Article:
Unfortunately, there are many myths regarding chiropractic and chiropractors.
Most of the myths are our own fault! Depending on who you talk to, you can get quite a variety of reactions. When you mention “chiropractor” you can get a mix of raving fans to downright slander.
It makes sense: traditional chiropractic is as much an art as it is a science. There are many niches in chiropractic yet we all share the same title. Also, it doesn’t help we’ve got some weirdos!
Nowadays, most chiropractors don’t practice simply chiropractic. Chiropractic is a treatment tool — just one of the many therapies at our disposal.
Here are five common chiropractic myths needing to be set straight!
1. All chiropractors are the same
Have you ever had a bad experience at a restaurant, so you stopped going to restaurants? Yes — said no one ever! “Restaurants” is a pretty broad demographic, but it’s not far off regarding chiros.
Just like there are specialties in medicine, e.g., cardiologist, neurologist, endocrinologist, pediatrician, etc., chiropractic physicians have specialties as well. Not every chiropractor is the same. Your experience with one chiropractor could be dramatically different from another.
2. Only treat the spine
One of the common myths is chiros only treat spine pain — this is far from true. As mentioned, there are many flavors of chiropractors.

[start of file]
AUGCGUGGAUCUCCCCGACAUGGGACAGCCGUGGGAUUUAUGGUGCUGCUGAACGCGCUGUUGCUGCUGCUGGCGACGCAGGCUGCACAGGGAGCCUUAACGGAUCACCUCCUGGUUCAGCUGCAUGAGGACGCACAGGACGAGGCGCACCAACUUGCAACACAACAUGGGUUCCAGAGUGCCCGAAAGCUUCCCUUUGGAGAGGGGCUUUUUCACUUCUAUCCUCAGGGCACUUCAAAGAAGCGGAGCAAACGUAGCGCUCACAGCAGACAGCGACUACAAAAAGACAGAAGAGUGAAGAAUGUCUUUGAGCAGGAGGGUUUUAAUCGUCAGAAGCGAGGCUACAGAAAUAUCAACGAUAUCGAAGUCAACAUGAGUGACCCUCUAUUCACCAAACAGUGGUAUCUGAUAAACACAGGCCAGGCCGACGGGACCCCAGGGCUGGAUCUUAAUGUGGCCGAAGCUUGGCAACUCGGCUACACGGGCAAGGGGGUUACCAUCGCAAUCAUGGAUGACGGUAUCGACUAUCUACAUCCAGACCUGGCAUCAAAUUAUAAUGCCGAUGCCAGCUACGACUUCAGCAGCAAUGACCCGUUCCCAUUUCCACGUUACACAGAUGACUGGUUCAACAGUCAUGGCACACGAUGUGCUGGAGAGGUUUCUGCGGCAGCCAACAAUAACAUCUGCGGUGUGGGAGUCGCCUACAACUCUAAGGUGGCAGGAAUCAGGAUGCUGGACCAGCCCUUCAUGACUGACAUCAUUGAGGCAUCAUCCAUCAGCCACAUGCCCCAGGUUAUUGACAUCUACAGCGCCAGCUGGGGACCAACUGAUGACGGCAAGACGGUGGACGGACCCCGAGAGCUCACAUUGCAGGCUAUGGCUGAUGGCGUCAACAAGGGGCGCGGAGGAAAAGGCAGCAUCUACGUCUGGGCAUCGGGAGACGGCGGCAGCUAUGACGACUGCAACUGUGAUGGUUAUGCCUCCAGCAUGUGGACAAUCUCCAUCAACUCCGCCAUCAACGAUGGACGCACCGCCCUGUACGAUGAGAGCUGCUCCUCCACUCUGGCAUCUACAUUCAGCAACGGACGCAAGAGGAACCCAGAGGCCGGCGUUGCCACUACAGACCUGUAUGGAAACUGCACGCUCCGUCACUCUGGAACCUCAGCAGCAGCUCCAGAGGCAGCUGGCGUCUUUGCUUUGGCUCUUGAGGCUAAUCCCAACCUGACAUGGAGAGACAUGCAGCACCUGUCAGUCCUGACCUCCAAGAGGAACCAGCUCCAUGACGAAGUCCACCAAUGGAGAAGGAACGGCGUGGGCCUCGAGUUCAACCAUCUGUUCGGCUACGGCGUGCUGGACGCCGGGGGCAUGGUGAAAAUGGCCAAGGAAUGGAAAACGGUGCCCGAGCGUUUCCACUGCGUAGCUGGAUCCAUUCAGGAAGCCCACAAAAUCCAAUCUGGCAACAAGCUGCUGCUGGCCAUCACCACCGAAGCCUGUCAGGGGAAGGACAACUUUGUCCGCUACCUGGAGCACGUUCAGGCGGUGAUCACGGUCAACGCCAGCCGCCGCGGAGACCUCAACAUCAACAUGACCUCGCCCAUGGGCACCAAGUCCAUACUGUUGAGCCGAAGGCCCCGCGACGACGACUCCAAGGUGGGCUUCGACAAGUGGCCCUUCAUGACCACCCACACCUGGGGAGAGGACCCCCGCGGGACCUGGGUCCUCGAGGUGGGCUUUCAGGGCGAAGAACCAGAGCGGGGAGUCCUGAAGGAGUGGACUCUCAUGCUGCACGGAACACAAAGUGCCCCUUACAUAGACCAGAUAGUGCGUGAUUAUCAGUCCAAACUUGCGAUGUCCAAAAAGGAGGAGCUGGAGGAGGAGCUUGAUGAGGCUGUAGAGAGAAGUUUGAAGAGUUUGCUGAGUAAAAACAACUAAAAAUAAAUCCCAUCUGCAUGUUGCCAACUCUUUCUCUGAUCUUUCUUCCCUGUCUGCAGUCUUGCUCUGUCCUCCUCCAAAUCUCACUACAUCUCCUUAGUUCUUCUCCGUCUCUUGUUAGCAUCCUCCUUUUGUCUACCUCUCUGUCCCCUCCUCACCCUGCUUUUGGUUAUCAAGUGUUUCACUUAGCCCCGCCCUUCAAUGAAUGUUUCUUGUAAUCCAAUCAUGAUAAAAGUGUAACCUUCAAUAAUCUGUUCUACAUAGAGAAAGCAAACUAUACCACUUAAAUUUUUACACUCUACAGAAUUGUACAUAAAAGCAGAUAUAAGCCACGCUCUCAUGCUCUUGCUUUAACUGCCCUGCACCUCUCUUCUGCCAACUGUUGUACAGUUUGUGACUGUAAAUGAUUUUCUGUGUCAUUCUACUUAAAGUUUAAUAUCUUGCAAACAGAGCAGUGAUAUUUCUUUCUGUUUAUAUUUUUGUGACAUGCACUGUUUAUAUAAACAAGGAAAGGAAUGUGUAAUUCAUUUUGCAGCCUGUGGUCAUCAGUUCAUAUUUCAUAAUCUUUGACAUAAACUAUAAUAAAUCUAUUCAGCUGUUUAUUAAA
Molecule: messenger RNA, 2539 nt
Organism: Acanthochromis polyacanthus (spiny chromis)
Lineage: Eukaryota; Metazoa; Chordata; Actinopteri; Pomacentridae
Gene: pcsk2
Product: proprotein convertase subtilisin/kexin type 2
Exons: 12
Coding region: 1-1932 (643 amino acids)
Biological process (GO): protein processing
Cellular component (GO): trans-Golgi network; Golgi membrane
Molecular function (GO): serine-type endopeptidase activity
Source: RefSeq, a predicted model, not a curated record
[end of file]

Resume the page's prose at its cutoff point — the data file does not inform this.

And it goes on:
Depending on the practitioner’s specialty, chiros can successfully treat a variety of ailments, including but not limited to: jaw dysfunction, headache, hormonal imbalances, nutritional deficiencies, digestive disorders, and other muscle/joint/tendon/ligament issues of the body.
Oh, if a chiro claims to “fix” all of those just by “aligning the spine,” run. Fast.
A great chiropractor will always perform a thorough history and examination to understand what your condition(s) is actually costing you — concerning function and lifestyle — and how to achieve a solution.
When a great chiro determines it’s out of their scope to treat an impairment effectively, they will refer you to the appropriate trusted professional.
3. I have to go every week for the rest of my life
Stereotypes exist for a reason, so this myth is not an entirely false sentiment. However, going back to my first point, all chiros are not created equally.
With that being said, you should avoid any chiropractor who pressures you to purchase a long-term care package. Treatment packages are often sold with fear-based tactics such as, “your spine is out of alignment,” “you have arthritis and degeneration,” and “we need to restore your curve.”
There is no credible evidence suggesting you should have your spine adjusted on a regular basis to achieve greater health.
Shilton et al² revealed there was no significant change in neck alignment in patients after four weeks of cervical spinal (chiropractic) manipulation.
Don’t get me wrong, performing regular maintenance on your body is crucial, but that doesn’t mean you need to rely on a chiropractor to adjust you weekly! Self-care, e.g., foam rolling, home exercises, nutritional habits, and optimal lifestyle choices should be of primary focus — it can go a long way.
Teach someone to fish rather than give them a darn fish. Teaching someone how to be self-sufficient by managing their own problems is monumental compared to relying on someone’s “magic” hands.